Institutional Review Boards (IRB) were instituted to protect the rights of research participants and due to past (and at times egregious) practices committed in the name of research. We question whether the IRB is currently overstepping its bounds into the domain of the researcher. We illustrate possible ways in which the IRB subtlety and not so subtlety challenge faculty professionalism and limit faculty research independence, highlighting some instances in which qualitative research topics bump up against boards that mistrust or misunderstand the nature of qualitative research. Using case study vignettes from five universities, our concerns focused on mission creep and potentially legitimating censorship. Areas of mission creep can include institutional reputation, methodological design, and chilling/legal language verses accessible language. In addition we consider multisite studies and when committees focus too much on form rather than content.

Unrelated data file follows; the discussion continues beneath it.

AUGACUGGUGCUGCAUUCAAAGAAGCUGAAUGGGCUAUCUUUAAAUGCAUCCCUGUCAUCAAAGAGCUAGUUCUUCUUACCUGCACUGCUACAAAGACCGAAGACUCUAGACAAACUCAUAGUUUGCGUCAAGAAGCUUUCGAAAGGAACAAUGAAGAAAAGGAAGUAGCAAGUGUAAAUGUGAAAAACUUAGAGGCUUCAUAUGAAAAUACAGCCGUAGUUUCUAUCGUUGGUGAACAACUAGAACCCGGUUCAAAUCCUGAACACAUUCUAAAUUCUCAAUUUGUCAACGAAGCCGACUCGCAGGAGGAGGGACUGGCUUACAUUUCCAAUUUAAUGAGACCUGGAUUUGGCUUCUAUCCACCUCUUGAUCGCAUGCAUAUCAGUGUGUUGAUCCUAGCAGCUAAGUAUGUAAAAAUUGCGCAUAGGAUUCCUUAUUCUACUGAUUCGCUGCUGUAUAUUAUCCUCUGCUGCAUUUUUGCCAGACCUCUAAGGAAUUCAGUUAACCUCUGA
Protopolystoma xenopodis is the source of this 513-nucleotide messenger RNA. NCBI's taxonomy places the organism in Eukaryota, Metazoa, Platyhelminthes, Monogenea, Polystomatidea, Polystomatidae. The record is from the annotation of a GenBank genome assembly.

Human Subjects, IRB, Institutional Review Board, Ethics, Academic Freedom, Faculty Professionalism, Qualitative Research
Creative Commons License
This work is licensed under a Creative Commons Attribution-Noncommercial-Share Alike 4.0 License.
Recommended APA Citation
Musoba, G. D., Jacob, S. A., & Robinson, L. J. (2014). The Institutional Review Board (IRB) and Faculty: Does the IRB Challenge Faculty Professionalism in the Social Sciences?. The Qualitative Report, 19(51), 1-14. Retrieved from https://nsuworks.nova.edu/tqr/vol19/iss51/1